In the wild west Ontario town of Thunder Bay, four junior hockey teams are battling for the prized Dudley Hewitt Cup.
In the Battle of Michigan, two junior hockey teams are ready to face off for the North American Hockey League's North Division crown.
Just about everyone who I have talked to -- those who have knowledge of the situation -- have Soo Thunderbirds of the Northern Ontario Jr. Hockey League picked as the favourite to win the four-team, Dudley Hewitt Cup, Central Canada, Jr. A Hockey Championships that are being held in Thunder Bay this week.
The Soo, along with the Ontario Jr. Hockey League champion Stouffville Spirit, the Superior International Jr. Hockey League champion Wisconsin Wilderness, and the Thunder Bay North Stars, who are the host entry, are the four teams vying to win the Dudley Hewitt Cup.
To be sure, the Thunderbirds are a veteran-laden, well-assembled, full-of-talent, team. I've been covering the NOJHL for a while now and the Thunderbirds are the best all-round team I have seen in years.
The Thunderbirds top two forwards -- Micky Sartoretto and Matt Amadio -- are both in their fifth season of junior hockey. Besides two seasons in the NOJHL -- as a 16-year old and now as a 20-year old -- Sartoretto played three full years in the Ontario Hockey League with first the Kitchener Rangers, then the Saginaw Spirit.
Amadio, who is in his second tour of duty with the Thunderbirds, has been a high-level performer in three different Ontario junior leagues.
Thunderbirds also have a 20-year old goalie in Sterling Heights, Mich. product John Kleinhans who, quite simply, was the NOJHL's best goalie during this 2011-12 season.
Then there's 19-year old blueliner Corey Jackson, who was named the league's best defenceman. Jackson is former OHL draft pick and could well finish out his junior career in the North American Hockey League next season as he pursues a Division 1, National Collegiate Athletic Association scholarship.
WIN A CHAMPIONSHIP, LOSE A REPUTATION
While they are the NOJHL's best team by a clear-cut margin, a lack of off-ice discipline has fans and supporters in Sault Ste. Marie talking about the Thunderbirds for all the wrong reasons.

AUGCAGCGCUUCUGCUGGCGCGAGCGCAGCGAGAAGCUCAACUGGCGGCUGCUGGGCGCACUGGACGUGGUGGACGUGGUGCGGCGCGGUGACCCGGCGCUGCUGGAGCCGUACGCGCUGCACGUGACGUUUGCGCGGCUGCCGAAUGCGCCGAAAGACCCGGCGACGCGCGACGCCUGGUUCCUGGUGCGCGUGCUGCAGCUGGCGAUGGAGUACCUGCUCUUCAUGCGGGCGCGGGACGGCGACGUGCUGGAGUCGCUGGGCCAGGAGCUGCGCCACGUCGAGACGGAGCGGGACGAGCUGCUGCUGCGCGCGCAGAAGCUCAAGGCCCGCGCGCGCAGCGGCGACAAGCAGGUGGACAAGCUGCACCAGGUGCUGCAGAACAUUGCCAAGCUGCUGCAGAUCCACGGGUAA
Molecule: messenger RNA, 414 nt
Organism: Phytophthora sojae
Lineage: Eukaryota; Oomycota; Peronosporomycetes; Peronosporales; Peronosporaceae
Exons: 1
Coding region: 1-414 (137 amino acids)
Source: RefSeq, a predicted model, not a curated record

The NOJHL has hired a third-party, independent investigator -- a retired Ontario Provincial Police officer no less -- to investigate reports of alleged off-ice misconduct involving members of the Thunderbird organization.
I have heard from parents about the off-ice stories involving the Thunderbirds. In fact, I told Thunderbird general manager Kevin Cain about what I had heard and basically, he dismissed me.
To me, Cain seems of the notion that underage drinking by his players "is no big deal."
I beg to differ.
Underage drinking is against the law and anyone who provides an underage person with alcohol is guilty of a criminal offence.
I am not saying Cain provided underage players with alcohol. In fact, Cain himself rarely drinks.
But if he knew his players were drinking underage with adult members of the organization and did nothing to stop it, then Cain has failed as a person of authority entrusted with the well being of young men.
Cain did a fabulous job of putting together a championship team for the Thunderbirds this season. But at what cost to the reputation of the organization?
Right now, the good reputation of the Thunderbirds and their ownership is taking a beating in Sault Ste. Marie.
All I can say is those in a position of authority with the Thunderbirds need to address the team's tattered reputation at some point.
Win a championship, lose a reputation.
FIGHTING FALCONS V. JR. K-WINGS
Port Huron Fighting Falcons and Kalamazoo Jr. K-Wings will begin play on Friday in a best-of-five series for the NAHL North Division title.
Port Huron and Kalamazoo finished 1-2 in the NAHL North during the regular season so perhaps it's fitting that the two teams are meeting to decide a berth at the Robertson Cup National Tournament, which will feature the league's five division playoff champions and the host entry.
Only a single point separated the Fighting Falcons and Jr. K-Wings during the 2011-12 regular season, so one would expect a close playoff between the two teams.
I talked to Fighting Falcons coach-general manager Bill Warren and Jr. K-Wings headmaster Marc Fakler and both told me pretty much the same thing.
"We've won big games in their rink and they've won big games in our rink. We are very-closely matched," said Warren.
"I expect a tight series," chipped in Fakler. "There have been a lot of close games between the two teams."
I'll have more on the upcoming series later in the week.